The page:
Worker classification is critical. After you’ve narrowed down whether a worker is an independent contractor vs. employee, you’re not done. You need to also figure out if an employee is nonexempt. What is a nonexempt employee?
When an employee has nonexempt status, the Fair Labor Standards Act’s (FLSA) minimum wage and overtime laws come into play.
If you want to avoid FLSA penalties, you must understand nonexempt employee rules.
What is a nonexempt employee?
Employees with nonexempt worker status are not exempt from FLSA regulations. This means nonexempt employees are subject to minimum wage and overtime pay laws. Nonexempt employees are entitled to earn at least the federal, state, or local minimum wage—whichever is highest. And, employers must pay nonexempt employees overtime pay for any hours worked beyond 40 in a workweek.
An employee can either be exempt vs. nonexempt. If the employee is exempt, you do not owe them overtime wages.
How do you know if an employee is nonexempt?
The Fair Labor Standards Act sets requirements that help you accurately categorize your employee as exempt or nonexempt.
Employees are considered nonexempt unless they qualify for exemption under one of the following:
- Executive, administrative, or professional exemption
- Earns a salary,
- Makes at least $35,568 per year ($684 per week), AND
- Has high-level job responsibilities that qualify for exemption (i.e., executive, administrative, or professional duties)
- Computer exemption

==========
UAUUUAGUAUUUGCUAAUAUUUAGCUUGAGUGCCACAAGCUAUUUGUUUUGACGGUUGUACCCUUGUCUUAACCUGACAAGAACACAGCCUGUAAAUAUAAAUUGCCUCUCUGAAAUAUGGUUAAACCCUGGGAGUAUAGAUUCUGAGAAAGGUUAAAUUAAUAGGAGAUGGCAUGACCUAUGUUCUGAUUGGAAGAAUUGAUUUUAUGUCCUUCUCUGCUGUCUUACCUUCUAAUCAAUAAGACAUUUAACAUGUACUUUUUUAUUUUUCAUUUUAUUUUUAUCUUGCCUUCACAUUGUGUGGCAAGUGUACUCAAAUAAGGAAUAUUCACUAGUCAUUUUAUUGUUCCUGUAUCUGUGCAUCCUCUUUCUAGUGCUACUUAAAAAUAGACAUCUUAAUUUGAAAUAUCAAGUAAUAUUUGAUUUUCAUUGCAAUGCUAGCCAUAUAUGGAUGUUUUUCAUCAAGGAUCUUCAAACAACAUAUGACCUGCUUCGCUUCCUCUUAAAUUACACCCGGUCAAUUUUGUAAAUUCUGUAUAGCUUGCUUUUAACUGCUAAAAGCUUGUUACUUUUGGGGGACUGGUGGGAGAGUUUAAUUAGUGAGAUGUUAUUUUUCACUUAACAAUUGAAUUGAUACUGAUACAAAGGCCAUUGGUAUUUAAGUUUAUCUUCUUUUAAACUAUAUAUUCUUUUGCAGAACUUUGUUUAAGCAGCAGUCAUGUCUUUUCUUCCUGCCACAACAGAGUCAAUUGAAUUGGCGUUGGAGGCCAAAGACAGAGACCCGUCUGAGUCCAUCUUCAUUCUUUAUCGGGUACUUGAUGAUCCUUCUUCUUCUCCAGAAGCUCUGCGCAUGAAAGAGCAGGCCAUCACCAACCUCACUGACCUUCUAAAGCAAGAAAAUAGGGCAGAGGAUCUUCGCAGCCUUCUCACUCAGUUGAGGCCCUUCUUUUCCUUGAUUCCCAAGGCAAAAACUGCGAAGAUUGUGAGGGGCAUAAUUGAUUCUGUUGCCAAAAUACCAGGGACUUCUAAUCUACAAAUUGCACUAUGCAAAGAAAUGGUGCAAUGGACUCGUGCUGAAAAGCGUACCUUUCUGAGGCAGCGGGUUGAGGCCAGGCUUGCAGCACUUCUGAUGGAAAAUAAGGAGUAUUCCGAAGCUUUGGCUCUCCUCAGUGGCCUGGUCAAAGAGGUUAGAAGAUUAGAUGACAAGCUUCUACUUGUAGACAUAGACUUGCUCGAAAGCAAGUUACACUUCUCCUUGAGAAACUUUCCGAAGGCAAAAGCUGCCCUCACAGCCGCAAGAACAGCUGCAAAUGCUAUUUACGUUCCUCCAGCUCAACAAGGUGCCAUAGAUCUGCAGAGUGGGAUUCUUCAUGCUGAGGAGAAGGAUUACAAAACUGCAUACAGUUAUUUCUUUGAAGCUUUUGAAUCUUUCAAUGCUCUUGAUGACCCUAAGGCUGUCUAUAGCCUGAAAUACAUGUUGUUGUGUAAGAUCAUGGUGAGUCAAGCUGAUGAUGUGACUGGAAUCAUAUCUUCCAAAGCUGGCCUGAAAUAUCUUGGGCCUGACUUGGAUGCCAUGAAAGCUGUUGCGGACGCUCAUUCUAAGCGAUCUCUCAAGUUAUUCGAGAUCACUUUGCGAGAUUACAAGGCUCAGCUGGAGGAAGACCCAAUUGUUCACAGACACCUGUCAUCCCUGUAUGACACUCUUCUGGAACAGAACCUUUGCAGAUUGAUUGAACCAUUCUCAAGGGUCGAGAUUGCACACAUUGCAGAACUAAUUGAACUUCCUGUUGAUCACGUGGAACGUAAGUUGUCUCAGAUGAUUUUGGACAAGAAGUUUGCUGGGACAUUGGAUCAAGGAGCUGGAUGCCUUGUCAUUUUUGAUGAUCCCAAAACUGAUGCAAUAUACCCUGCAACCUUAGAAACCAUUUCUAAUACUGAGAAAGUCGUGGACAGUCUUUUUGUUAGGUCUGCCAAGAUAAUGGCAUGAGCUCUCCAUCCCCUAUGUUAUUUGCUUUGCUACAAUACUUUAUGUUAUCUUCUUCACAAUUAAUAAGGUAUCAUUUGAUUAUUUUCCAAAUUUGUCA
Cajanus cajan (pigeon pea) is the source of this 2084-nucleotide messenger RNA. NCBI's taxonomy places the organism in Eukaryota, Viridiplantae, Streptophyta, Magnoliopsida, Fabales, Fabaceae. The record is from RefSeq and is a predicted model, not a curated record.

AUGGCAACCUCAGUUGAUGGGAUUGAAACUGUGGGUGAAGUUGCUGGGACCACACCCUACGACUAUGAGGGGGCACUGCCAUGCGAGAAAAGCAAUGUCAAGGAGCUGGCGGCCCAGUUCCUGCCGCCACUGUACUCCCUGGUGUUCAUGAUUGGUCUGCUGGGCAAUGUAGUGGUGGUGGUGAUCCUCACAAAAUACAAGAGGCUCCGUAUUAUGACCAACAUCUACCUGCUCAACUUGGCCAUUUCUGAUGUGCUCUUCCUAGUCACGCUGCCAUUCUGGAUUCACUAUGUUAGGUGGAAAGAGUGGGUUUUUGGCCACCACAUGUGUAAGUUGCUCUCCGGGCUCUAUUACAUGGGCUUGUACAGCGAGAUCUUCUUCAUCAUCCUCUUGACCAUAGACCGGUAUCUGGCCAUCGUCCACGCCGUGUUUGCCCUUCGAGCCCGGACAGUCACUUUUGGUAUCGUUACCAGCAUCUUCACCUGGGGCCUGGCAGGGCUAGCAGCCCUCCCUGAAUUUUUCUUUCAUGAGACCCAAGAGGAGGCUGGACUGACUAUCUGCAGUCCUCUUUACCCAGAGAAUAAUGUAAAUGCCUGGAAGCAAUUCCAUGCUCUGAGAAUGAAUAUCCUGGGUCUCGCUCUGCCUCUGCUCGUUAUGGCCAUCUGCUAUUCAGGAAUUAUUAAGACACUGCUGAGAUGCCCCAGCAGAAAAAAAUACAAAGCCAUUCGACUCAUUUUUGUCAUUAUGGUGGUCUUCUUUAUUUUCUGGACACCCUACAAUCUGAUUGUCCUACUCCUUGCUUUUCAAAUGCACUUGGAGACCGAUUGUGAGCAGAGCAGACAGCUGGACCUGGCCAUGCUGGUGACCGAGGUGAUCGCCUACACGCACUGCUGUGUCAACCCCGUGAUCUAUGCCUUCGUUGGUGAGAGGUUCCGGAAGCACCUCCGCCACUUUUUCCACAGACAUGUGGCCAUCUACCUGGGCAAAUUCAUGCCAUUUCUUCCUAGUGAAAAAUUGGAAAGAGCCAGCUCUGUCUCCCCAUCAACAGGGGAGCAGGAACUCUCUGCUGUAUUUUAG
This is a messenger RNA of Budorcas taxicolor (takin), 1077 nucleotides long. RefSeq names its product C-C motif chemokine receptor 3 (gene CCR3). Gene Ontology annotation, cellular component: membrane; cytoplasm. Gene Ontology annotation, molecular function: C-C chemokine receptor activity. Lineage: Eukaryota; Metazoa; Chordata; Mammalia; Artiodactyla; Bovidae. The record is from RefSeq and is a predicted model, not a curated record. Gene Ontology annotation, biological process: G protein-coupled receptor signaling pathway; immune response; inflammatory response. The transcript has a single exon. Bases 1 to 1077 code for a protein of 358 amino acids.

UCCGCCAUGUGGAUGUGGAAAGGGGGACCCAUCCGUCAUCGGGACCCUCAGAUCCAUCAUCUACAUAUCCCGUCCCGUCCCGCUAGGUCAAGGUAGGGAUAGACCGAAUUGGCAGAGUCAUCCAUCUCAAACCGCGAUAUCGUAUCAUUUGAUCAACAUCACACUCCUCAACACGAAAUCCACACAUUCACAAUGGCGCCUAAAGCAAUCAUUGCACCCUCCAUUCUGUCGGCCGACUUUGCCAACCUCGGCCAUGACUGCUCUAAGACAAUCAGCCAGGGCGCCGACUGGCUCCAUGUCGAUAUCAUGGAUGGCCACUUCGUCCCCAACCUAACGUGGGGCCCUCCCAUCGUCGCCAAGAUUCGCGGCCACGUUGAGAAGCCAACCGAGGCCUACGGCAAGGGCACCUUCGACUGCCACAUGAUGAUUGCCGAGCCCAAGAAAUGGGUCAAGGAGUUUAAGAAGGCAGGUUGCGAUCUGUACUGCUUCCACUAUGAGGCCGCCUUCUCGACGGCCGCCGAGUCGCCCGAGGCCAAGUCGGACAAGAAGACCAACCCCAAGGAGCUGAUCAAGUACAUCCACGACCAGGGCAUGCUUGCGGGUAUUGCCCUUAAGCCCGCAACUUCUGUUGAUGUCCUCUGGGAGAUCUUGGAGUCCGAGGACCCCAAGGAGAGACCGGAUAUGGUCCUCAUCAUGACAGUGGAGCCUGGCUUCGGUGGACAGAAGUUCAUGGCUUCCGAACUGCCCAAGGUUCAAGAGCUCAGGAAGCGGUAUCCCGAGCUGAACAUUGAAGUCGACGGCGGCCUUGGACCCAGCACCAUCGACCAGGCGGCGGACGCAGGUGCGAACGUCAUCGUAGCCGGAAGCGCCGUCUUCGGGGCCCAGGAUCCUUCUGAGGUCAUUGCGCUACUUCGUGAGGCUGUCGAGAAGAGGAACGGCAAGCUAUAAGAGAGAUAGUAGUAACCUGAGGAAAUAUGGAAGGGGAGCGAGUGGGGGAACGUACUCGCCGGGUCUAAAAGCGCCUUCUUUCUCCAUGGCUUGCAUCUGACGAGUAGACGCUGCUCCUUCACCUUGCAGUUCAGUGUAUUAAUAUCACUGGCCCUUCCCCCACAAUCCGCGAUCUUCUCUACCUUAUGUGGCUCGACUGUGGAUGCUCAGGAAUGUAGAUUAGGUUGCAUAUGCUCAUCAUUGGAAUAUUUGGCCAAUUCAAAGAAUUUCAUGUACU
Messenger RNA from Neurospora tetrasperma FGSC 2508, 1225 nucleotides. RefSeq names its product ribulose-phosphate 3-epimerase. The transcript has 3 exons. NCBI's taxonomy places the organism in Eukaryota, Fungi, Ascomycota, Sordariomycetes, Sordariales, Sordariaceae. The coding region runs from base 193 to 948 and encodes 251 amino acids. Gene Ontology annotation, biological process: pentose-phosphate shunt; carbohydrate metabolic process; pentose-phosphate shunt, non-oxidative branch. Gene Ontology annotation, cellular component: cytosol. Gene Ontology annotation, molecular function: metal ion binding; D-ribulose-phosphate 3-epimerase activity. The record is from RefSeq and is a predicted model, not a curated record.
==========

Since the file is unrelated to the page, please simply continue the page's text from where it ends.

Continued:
- Receive a salary of at least $684 per week or a fee of at least $27.63 per hour,
- Work as a computer system analyst, computer programmer, software engineer, or something similar, AND
- Have primary duties that meet the FLSA’s computer exemption requirements
- Outside sales exemption
- Has a primary duty of making sales or obtaining orders or contracts AND
- Is regularly engaged away from the main business office
- Highly compensated employee exemption
- Receive annual compensation totaling $107,432 or more
- Perform at least one of the executive, administrative, or professional duties
Keep in mind that some positions (i.e., blue-collar workers and first responders) are not eligible for exemption.
A closer look at nonexempt employee rights
Nonexempt employees have a right to earn at least the minimum wage and overtime pay. Read on to learn more about your obligations for both.
You must provide at least the minimum wage to nonexempt employees. The current federal minimum wage is $7.25 per hour.
Many states set their own minimum wage rate. And, some cities create a local minimum wage. Pay employees the highest minimum wage that applies to your locality.
Nonexempt employees are entitled to overtime pay. Overtime wages are 1.5 times an employee’s regular hourly wage.
You must provide overtime wages when a nonexempt employee works more than 40 hours in a workweek.
Nonexempt status examples
Take a look at the examples below. Before looking at the answers, try to figure out whether the employee is nonexempt.
Let’s say you hire an employee to work as a technician.
The employee does not have authority over other employees. And, they do not use independent judgment. The employee also does not need advanced knowledge to perform their job.
The employee earns a salary.
You pay the employee $38,000 per year.
Is the employee considered nonexempt? Yes
You hire an employee to work 20 hours per week as a receptionist.
The employee’s job responsibilities include answering phone calls and transferring callers to the correct departments.
The employee earns hourly wages.
You pay the employee $240 per week.
Is the employee considered nonexempt? Yes
You hire an IT technician for your business.
The technician has advanced knowledge in their field. They gained knowledge by taking courses.
The IT technician earns a salary.
You pay the IT technician $55,000 per year.
Is the employee considered nonexempt? No
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This article has been updated from its original publication date of March 16, 2012.This is not intended as legal advice; for more information, please click here.